Oscar Taveras and Marcus Stroman earn their diplomas, but Gregory Polanco is still waiting.
The Graduates: Oscar Taveras (2), Marcus Stroman (15)
It only took a year longer than many thought, but Taveras has finally taken his rightful place in the Cardinals’ outfield and lineup. With the ankle injury finally in the rearview mirror, the stud prospect is ready to start hitting for average and power immediately at the major league level. If reading about Taveras is your thing (and frankly, that’s all of us), he got the full Call-Up treatment on Saturday by Jason Parks, with fantasy analysis from yours truly. Stroman, on the other hand, is getting his second shot this season, but this time in the role he was born to play: starting pitcher. In his starting debut, Stroman went six innings while striking out six and allowing five base runners. He should stick and although the performance may be up and down, he’ll be worth owning in leagues as shallow as 12-team mixed.
The Departed: None
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Notes on prospects who stood out yesterday, including Cardinals outfielder Oscar Taveras and Astros righty Jake Buchanan.
Hitter of the Night: Oscar Taveras, OF, Cardinals (Memphis, AAA): 4-5, R, 2B.
Much is being made out of Taveras’ NL Central counterpart Gregory Polanco and the Pirates’ unwillingness to promote him, but Taveras is making his case quite well, too. With a lot of struggling offensive players and a need for a jolt, it’s a race to see which team will make a move first.
Pitcher of the Night: Jake Buchanan, RHP, Astros (Oklahoma City, AAA): 9 IP, 6 H, 0 R, 0 BB, 10 K.
The strikeouts aren’t typical of a Buchanan start, but the lack of walks and effective pitching are. His upper-80s arsenal doesn’t leave much of a ceiling (he can touch 91), but his extreme command gives him a chance to stick in the back end of a rotation.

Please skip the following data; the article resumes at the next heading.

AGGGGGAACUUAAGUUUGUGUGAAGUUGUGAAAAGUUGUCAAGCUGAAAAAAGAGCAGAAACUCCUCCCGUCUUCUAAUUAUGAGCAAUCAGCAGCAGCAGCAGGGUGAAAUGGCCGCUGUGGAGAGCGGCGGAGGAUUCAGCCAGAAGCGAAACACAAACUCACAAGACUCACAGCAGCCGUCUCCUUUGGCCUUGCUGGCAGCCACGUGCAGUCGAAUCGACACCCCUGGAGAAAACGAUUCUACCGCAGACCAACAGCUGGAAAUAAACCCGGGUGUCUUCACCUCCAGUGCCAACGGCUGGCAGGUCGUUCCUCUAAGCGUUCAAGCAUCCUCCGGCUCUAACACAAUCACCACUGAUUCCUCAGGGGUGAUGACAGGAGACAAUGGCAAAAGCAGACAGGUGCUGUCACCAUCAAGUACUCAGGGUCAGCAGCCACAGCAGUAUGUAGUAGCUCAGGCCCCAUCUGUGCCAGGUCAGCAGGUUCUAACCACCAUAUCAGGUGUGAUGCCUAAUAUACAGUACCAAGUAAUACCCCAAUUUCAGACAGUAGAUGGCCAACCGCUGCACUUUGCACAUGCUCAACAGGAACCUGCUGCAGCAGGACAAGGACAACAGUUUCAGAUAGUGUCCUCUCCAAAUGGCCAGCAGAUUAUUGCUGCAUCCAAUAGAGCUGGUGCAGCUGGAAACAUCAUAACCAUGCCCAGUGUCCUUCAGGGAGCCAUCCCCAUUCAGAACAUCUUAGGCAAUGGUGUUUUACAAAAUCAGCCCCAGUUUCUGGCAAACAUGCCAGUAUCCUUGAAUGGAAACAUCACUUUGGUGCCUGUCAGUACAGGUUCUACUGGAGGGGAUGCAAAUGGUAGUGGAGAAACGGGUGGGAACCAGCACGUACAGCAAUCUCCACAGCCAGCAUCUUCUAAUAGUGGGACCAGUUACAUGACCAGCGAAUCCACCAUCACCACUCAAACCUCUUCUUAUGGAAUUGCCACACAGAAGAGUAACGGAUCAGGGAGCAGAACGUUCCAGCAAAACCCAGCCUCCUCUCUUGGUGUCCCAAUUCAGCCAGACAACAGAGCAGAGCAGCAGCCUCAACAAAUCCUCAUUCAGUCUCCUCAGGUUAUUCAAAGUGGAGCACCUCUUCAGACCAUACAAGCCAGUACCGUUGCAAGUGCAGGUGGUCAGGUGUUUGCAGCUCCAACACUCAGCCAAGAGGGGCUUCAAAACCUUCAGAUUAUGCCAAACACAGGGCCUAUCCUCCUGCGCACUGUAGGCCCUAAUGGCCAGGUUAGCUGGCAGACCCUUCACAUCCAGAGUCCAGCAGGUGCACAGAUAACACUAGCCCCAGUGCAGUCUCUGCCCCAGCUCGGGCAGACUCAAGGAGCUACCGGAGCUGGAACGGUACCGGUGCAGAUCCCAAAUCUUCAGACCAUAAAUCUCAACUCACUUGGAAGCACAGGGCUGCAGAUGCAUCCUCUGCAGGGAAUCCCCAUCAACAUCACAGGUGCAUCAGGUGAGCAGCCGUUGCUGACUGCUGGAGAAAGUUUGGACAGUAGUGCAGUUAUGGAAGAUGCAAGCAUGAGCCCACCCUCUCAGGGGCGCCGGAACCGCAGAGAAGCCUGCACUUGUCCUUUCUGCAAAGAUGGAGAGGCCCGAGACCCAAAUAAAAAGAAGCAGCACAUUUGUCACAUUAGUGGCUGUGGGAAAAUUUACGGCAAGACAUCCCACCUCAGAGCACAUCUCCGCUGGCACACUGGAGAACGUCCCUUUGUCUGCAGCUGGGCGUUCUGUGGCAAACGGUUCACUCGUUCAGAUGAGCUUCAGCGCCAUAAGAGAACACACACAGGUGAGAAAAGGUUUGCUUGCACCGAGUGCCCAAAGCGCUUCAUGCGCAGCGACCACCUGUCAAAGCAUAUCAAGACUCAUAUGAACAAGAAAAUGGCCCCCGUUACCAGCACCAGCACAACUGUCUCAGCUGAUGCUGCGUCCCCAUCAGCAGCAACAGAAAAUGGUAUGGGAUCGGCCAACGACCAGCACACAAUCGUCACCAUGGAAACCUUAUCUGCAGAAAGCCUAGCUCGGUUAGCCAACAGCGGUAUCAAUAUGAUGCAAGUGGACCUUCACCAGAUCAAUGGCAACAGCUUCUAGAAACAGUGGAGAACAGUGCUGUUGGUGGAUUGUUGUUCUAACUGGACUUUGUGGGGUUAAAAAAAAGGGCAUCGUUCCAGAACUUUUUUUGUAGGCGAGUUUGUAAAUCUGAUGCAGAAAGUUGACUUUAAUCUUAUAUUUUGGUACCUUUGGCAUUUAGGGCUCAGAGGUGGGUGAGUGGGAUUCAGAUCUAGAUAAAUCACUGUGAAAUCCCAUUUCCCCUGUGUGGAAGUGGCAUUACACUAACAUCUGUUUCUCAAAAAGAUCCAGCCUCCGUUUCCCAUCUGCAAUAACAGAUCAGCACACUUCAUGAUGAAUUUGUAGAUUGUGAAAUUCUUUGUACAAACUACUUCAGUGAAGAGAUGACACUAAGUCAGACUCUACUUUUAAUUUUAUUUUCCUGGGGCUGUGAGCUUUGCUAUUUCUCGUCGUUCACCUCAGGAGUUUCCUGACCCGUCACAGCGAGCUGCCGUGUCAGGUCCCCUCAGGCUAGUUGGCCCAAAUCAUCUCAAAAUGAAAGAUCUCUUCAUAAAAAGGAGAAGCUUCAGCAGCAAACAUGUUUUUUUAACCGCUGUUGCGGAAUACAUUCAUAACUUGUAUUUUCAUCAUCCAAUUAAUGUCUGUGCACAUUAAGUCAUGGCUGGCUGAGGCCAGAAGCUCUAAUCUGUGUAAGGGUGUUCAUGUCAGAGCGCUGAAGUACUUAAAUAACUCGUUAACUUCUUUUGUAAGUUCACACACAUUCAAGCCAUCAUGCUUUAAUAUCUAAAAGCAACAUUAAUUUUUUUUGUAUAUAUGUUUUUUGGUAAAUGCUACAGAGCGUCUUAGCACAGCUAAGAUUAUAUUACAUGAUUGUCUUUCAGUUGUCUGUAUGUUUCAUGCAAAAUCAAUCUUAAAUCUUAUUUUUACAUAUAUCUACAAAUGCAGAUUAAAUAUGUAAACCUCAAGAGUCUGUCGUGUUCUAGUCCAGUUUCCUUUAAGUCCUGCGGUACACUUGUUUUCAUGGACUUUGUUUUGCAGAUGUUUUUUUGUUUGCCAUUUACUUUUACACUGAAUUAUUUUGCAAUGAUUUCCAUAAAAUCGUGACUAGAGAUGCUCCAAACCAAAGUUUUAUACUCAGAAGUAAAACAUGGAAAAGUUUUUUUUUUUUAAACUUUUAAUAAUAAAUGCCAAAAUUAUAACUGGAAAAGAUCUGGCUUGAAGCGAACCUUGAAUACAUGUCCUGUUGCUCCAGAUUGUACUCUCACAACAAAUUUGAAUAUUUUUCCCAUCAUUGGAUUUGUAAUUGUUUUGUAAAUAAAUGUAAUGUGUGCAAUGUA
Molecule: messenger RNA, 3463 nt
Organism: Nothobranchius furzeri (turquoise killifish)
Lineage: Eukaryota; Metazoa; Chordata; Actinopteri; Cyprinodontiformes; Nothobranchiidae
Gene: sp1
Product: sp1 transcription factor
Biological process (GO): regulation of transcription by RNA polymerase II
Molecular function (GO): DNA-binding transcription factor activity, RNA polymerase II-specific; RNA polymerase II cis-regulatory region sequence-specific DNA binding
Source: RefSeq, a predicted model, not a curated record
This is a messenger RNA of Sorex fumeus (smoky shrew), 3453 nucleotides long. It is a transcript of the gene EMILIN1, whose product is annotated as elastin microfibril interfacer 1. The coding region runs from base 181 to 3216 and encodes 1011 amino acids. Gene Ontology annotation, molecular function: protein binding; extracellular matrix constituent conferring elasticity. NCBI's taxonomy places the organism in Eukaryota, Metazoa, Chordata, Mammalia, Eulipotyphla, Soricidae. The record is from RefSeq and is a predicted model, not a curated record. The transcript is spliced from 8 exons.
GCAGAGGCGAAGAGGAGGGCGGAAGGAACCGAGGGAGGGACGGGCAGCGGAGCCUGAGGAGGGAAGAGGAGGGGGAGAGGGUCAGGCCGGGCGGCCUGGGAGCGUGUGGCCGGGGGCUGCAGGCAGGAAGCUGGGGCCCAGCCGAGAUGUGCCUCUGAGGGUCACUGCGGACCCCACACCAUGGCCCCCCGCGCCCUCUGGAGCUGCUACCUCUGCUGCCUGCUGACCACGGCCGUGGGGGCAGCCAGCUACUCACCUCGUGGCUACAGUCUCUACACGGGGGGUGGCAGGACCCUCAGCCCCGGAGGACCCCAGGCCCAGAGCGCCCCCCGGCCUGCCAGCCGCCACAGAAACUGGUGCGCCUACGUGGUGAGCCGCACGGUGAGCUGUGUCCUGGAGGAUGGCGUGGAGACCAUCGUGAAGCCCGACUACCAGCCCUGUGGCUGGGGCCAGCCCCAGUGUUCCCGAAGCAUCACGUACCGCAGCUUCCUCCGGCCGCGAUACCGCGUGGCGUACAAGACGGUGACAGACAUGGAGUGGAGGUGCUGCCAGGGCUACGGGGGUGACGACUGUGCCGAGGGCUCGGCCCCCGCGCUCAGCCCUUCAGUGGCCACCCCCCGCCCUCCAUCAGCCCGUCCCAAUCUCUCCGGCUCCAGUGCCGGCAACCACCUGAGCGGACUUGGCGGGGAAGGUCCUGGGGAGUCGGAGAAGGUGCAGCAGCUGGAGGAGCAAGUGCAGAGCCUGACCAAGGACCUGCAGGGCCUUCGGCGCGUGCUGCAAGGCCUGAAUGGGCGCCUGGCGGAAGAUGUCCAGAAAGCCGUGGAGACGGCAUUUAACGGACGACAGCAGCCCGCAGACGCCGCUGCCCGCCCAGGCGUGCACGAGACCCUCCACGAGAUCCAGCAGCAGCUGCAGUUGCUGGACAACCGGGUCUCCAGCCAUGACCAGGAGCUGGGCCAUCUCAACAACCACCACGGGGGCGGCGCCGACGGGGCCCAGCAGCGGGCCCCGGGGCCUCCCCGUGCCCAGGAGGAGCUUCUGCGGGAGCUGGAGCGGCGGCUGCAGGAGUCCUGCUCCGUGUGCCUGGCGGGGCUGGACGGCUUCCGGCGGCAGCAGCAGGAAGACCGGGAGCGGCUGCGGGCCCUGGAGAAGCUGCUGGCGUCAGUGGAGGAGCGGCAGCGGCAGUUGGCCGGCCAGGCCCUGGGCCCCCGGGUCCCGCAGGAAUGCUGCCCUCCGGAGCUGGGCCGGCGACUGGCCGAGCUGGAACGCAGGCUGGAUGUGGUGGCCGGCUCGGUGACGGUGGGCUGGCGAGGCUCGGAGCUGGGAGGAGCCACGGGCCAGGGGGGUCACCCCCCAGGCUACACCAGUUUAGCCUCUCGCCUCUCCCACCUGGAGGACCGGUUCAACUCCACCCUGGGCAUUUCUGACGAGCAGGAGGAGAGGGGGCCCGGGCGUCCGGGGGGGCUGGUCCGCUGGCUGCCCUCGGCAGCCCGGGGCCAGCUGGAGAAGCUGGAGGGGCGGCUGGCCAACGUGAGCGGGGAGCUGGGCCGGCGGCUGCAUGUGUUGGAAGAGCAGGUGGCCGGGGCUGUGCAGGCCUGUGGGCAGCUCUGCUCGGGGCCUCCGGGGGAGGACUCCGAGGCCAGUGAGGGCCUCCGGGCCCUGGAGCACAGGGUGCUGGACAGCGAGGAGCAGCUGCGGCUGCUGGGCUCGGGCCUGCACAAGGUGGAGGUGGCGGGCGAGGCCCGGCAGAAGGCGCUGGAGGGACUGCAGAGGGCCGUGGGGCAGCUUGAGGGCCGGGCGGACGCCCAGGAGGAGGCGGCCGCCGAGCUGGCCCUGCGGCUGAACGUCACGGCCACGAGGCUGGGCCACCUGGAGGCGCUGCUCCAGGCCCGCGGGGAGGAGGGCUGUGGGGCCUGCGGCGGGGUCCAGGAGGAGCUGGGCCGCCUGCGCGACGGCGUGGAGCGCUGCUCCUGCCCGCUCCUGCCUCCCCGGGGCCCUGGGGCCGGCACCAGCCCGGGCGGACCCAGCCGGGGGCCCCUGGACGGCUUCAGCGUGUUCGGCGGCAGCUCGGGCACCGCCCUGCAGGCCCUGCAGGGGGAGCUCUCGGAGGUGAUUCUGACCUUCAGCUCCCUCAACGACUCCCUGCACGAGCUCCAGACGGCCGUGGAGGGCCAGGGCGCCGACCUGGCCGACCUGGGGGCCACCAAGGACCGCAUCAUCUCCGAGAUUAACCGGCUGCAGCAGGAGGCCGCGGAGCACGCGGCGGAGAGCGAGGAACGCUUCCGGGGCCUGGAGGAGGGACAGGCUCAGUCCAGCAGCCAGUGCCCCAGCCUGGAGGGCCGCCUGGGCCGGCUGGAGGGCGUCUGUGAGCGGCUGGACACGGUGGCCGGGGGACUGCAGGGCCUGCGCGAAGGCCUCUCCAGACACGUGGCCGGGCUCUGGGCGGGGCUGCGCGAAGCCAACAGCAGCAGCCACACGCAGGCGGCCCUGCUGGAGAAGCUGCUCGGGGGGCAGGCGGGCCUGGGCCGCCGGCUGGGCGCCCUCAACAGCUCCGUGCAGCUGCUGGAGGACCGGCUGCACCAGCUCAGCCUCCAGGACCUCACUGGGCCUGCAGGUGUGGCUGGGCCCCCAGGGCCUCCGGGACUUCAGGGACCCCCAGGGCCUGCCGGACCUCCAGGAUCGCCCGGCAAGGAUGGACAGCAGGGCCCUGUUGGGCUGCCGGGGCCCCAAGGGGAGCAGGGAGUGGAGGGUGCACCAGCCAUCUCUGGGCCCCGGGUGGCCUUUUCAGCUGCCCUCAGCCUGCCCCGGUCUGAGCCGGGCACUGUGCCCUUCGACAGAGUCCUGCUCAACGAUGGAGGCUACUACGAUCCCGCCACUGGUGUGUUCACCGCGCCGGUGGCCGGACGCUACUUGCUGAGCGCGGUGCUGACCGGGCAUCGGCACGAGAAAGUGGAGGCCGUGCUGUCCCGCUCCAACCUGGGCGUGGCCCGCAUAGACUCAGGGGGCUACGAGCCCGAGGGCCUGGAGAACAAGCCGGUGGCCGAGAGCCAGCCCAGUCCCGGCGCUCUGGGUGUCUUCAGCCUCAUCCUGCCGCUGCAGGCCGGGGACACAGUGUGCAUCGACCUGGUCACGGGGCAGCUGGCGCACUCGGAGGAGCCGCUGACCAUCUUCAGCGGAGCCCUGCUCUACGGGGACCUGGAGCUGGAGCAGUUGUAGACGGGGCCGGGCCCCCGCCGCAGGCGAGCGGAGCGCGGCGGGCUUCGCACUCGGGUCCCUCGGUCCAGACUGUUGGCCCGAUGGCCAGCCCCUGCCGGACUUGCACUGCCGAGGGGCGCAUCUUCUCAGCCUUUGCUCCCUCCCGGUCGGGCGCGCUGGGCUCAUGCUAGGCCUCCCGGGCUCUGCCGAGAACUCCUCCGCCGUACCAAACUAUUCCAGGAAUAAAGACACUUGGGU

Jurickson Profar makes his first appearance, but Gregory Polanco remains at the top.
The worst thing for a player who is performing at a high level in the minor leagues is to have a player (or players) ahead of him who is also getting the job done. This goes triple for position players, as a starting pitching prospect will force his way in there if his performance dictates that he deserves a job. If you look at the top names on this list (specifically the first five prospects), part of the reason why they are so prominently ranked is that they are significantly better from a talent perspective than what is ahead of them on the depth chart. Those five players, who are potentially going to be phased out, are (roughly) Travis Snider, Jon Jay, Luis Valbuena, Marc Krauss, and Cody Asche. Those are not impediments, they are placeholders.
The waters get much more murky when you have a player like Alexander Guerrero, who from a talent and performance standpoint should probably get a shot at major league playing time, but is behind Dee Gordon on the depth chart. Normally this wouldn’t be a huge obstacle, but Gordon (and his .385 on-base percentage) has been one of the best leadoff hitters in baseball this season. So while Guerrero ends up in the Honorable Mention section again because he would likely get the call in the event of a Gordon injury, that’s a much less likely outcome than a near replacement player playing like a near replacement level player.
We’ll keep the introduction short this week, but it’s the perfect time to touch on a very important topic, both when trying to predict which prospects will have both 2014 and long-term value.
Minor league statistics are deceiving. That’s not to say they can’t be informative, because they do tell the story of what has actually happened in professional games, but they don’t come close to explaining the whole picture. Take Eddie Butler for example—he’s been pitching well in Triple-A, but with the lowest strikeout rate of his minor league career. You could read this as a bad sign when you’re flipping through his Baseball Reference page, but the reality is that the stuff is still just as good as 2013 (if not better), and the Rockies are asking him to pitch to contact more.
Notes on prospects who stood out yesterday, including Mets outfielder Brandon Nimmo and Twins righty Alex Meyer
Hitter of the Night: Brandon Nimmo, OF, Mets (St. Lucie, A+): 4-4, 2 R, 2B, HR.